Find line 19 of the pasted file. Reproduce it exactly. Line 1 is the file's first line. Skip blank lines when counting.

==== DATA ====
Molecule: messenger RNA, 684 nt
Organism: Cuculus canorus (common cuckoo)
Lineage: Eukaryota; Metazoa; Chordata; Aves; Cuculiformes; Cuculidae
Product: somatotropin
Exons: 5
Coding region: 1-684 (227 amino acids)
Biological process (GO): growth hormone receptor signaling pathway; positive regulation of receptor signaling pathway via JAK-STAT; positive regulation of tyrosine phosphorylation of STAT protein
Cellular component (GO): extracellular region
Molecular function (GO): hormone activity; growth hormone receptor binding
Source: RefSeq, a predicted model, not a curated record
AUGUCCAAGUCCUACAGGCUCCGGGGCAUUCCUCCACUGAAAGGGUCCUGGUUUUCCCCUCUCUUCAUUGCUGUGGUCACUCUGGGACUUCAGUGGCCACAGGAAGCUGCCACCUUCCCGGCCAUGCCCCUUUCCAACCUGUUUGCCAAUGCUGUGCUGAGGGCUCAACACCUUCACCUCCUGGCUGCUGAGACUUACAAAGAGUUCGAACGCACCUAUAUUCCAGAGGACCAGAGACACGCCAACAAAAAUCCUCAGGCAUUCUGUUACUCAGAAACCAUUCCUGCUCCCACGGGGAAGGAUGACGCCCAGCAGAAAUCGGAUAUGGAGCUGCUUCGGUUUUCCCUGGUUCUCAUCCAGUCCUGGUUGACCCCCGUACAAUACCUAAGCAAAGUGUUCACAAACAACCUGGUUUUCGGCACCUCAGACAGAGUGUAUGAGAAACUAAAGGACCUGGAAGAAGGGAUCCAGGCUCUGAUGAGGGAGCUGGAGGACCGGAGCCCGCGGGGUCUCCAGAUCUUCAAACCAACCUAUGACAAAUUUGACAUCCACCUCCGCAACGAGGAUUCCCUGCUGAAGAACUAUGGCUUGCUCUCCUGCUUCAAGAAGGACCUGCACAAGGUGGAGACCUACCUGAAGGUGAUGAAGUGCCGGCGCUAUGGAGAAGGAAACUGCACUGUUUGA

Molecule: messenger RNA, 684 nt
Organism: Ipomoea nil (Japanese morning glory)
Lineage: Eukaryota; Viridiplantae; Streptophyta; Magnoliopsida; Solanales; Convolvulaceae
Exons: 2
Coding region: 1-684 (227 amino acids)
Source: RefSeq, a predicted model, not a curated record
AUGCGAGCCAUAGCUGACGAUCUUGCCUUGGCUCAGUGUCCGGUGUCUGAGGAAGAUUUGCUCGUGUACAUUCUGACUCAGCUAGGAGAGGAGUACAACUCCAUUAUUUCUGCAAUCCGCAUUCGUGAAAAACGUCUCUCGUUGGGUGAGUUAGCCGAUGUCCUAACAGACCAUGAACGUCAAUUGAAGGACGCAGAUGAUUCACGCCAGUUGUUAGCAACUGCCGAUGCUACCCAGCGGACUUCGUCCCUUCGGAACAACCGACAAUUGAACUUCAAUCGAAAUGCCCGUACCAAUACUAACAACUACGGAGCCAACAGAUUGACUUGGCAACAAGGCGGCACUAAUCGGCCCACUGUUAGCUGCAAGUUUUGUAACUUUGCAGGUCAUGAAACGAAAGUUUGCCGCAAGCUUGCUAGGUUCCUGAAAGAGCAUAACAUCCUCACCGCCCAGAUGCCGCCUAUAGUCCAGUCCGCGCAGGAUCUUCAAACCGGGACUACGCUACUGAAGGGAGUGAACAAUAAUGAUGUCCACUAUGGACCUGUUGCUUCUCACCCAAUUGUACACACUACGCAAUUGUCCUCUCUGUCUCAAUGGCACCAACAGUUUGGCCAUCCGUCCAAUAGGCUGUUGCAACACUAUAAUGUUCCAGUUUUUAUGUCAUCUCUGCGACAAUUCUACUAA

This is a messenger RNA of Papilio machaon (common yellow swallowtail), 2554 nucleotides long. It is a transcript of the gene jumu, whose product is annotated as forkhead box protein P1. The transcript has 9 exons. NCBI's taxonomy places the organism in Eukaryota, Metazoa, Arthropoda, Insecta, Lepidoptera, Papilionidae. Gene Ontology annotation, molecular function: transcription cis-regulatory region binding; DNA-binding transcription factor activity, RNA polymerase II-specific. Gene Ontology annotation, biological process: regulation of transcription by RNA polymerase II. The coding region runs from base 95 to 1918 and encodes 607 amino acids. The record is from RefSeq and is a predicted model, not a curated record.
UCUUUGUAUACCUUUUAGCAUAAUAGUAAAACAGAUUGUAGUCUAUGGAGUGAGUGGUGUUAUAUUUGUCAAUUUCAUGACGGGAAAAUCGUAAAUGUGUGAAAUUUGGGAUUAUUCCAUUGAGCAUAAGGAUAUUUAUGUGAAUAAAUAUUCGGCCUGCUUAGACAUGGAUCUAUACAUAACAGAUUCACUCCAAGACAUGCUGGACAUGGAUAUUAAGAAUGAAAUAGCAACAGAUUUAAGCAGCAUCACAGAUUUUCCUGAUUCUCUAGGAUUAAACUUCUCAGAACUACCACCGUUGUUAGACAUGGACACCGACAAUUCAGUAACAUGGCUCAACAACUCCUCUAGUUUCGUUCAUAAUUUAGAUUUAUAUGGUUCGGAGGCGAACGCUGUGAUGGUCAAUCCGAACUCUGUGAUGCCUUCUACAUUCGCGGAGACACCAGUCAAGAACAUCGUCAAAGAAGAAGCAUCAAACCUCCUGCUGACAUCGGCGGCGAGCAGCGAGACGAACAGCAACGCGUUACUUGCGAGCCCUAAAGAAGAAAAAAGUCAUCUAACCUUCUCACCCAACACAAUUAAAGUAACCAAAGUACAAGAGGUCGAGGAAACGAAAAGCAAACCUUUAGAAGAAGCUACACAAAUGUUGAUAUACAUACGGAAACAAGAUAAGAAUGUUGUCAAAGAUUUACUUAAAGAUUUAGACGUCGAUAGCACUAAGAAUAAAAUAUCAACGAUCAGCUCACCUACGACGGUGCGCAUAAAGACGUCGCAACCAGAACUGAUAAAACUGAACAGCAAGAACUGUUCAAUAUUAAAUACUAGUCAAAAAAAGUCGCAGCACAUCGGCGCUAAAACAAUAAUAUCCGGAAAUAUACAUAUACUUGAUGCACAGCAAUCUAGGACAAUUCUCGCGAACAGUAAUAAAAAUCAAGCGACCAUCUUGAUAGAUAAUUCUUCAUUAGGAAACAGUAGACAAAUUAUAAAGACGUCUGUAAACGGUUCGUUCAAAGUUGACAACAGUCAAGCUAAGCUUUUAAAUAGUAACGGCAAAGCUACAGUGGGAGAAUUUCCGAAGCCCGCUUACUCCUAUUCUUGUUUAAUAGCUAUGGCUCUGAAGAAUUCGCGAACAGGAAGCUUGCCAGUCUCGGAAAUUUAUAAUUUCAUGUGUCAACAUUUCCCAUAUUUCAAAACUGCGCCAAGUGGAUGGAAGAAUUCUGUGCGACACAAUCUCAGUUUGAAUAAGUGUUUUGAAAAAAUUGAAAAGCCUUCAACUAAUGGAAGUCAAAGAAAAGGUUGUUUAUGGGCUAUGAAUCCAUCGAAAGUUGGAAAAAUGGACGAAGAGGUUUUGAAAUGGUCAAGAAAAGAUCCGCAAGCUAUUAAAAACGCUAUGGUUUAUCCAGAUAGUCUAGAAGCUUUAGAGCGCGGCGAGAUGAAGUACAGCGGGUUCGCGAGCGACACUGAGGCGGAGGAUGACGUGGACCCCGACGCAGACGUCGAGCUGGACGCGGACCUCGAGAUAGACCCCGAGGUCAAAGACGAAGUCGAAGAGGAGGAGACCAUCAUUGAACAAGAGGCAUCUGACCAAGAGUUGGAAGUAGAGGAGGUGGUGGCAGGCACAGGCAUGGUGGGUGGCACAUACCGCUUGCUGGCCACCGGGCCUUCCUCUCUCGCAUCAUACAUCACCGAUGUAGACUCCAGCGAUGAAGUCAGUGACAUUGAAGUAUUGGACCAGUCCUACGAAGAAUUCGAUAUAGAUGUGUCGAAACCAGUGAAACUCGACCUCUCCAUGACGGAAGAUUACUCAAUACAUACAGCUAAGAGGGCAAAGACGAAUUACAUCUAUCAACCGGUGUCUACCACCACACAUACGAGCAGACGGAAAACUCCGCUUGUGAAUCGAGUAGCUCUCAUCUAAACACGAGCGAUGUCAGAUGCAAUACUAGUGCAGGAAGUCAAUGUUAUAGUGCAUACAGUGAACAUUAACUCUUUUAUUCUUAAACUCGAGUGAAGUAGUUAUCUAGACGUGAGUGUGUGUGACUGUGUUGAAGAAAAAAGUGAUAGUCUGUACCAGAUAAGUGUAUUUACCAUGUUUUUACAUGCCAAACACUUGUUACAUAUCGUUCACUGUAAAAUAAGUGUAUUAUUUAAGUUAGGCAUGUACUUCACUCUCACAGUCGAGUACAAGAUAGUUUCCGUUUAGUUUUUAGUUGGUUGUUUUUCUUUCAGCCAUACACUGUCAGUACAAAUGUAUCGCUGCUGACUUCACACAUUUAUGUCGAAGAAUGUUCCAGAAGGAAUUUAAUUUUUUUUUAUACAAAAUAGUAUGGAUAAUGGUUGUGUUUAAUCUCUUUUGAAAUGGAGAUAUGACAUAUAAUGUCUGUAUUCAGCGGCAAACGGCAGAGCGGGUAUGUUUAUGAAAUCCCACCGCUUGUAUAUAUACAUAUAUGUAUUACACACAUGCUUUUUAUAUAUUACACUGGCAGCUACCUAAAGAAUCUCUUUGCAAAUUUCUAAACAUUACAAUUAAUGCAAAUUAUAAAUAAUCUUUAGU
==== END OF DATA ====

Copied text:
This is a messenger RNA of Papilio machaon (common yellow swallowtail), 2554 nucleotides long. It is a transcript of the gene jumu, whose product is annotated as forkhead box protein P1. The transcript has 9 exons. NCBI's taxonomy places the organism in Eukaryota, Metazoa, Arthropoda, Insecta, Lepidoptera, Papilionidae. Gene Ontology annotation, molecular function: transcription cis-regulatory region binding; DNA-binding transcription factor activity, RNA polymerase II-specific. Gene Ontology annotation, biological process: regulation of transcription by RNA polymerase II. The coding region runs from base 95 to 1918 and encodes 607 amino acids. The record is from RefSeq and is a predicted model, not a curated record.